The woman has the same long wavy hair, the red lips and the silvery eyes that seemed to sparkle. The only differences between the two are the freckles and the skin tone, where Jazz doesn’t have any freckles and shares a paler complexion similar to the man in the photo. There’s no doubt that they are her parents.

    The couple stands smiling in front of a stone-faced Victorian mansion on an unfamiliar hillside. They look like any other young, newly wed couple: happy. He turns the photo over and finds a hand written message.

    “Lots of luck to my favorite newly weds: Andrew and Nicole. Here’s to many long and happy years by each other’s sides. Show the world what love really is.

    Always Your faithful friend,
    P.S. Don’t forget, Red, you promised to name your girl Jazzy for me.”

    “Ethan, huh?” Terry asks himself as he flips the picture over again. “I hope she’s in the mood to talk.” He looks over at Ace, scowling when he finds the plate cleaned and Ace staring back with innocent, almost puppy-like eyes. “You know that never works on me.”

    On that, Ace jumps off the chair and heads to the door without waiting for Terry. Before leaving the kitchen, Terry carefully slides the picture in a pocket and follows Ace out.

    #9 SilentBat18, Sep 26, 2006
    Last edited by a moderator: Apr 29, 2012
  10. SilentBat18

    SilentBat18 Hmm, so, yeah

    Jun 23, 2006
    Likes Received:
    She isn’t supposed to be up, but since when does she listen to anybody? Besides, standing by the window and watching the sun set never hurt anyone. Terry has been gone all day, and doctors have finally stopped bothering her with tests. This is her quiet time; the time she cherishes most and, since it’s rare, always uses wisely.

    Her usual spot to meditate is atop a building in the old district of Gotham where she would watch the moon set or the sunrise. Now she has to make due with the bland hospital room and a view that is partially obscured by a building. Even so, that doesn’t stop a forgotten memory from sneaking in her thoughts.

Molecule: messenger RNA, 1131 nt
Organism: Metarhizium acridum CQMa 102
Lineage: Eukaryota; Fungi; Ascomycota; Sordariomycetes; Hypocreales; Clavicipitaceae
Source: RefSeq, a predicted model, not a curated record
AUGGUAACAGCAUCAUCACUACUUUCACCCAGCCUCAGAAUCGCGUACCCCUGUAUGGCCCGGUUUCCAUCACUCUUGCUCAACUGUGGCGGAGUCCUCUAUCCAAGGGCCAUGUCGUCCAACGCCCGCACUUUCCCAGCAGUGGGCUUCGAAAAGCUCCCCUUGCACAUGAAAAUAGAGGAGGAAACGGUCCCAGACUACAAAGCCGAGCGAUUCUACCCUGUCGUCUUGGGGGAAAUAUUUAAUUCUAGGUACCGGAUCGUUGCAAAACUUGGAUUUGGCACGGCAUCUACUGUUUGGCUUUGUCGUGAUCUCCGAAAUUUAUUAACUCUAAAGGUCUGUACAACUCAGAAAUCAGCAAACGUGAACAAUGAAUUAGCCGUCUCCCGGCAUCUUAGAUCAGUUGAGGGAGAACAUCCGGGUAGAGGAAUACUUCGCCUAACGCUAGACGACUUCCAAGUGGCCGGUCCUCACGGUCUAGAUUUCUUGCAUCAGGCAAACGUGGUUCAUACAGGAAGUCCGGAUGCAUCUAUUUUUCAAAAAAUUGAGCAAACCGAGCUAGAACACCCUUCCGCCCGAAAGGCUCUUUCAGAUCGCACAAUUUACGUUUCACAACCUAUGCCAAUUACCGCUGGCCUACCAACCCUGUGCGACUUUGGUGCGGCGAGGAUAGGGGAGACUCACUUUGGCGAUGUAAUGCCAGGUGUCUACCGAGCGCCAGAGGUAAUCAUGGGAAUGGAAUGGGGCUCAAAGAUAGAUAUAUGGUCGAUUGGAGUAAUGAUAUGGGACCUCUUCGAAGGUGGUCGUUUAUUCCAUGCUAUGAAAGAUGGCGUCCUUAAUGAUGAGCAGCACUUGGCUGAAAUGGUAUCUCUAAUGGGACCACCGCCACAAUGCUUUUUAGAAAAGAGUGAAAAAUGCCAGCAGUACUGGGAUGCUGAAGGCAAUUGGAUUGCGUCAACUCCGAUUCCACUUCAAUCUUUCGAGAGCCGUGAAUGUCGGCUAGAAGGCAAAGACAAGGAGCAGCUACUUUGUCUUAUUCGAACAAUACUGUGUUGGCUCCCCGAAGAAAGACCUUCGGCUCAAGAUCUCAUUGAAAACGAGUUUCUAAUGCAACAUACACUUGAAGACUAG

It was a few years after that first night in her new home. She remembers sitting in the corner of a room filled with toys, but the only thing between her fingers was an old handkerchief with the initials “AD” embroidered into it. Twirling it between her fingers, she found comfort in the fabric’s softness, helping her forget about the lingering pain the fresh bruises on her arms gave her.

    The smell she thought clung to it reminded her of her father and how he used to cradle her when the boogie-man tried to get her from underneath the bed, or when she lay in his lap half awake on Christmas Eve waiting for Santa to come down the chimney, or when he made her pancakes after her mother would ignore her on Saturday mornings, preferring the company of coffee over her daughter.

    Just as a smile made its way to her face, a shadow terrifyingly hovered over her. She looked up with gray eyes still not dry from tears to find that same woman from the first night glaring down at her.

    “What are you looking at, you brat?” The woman’s voice boomed as her hand rose and swung down, aiming for the girl’s cheek.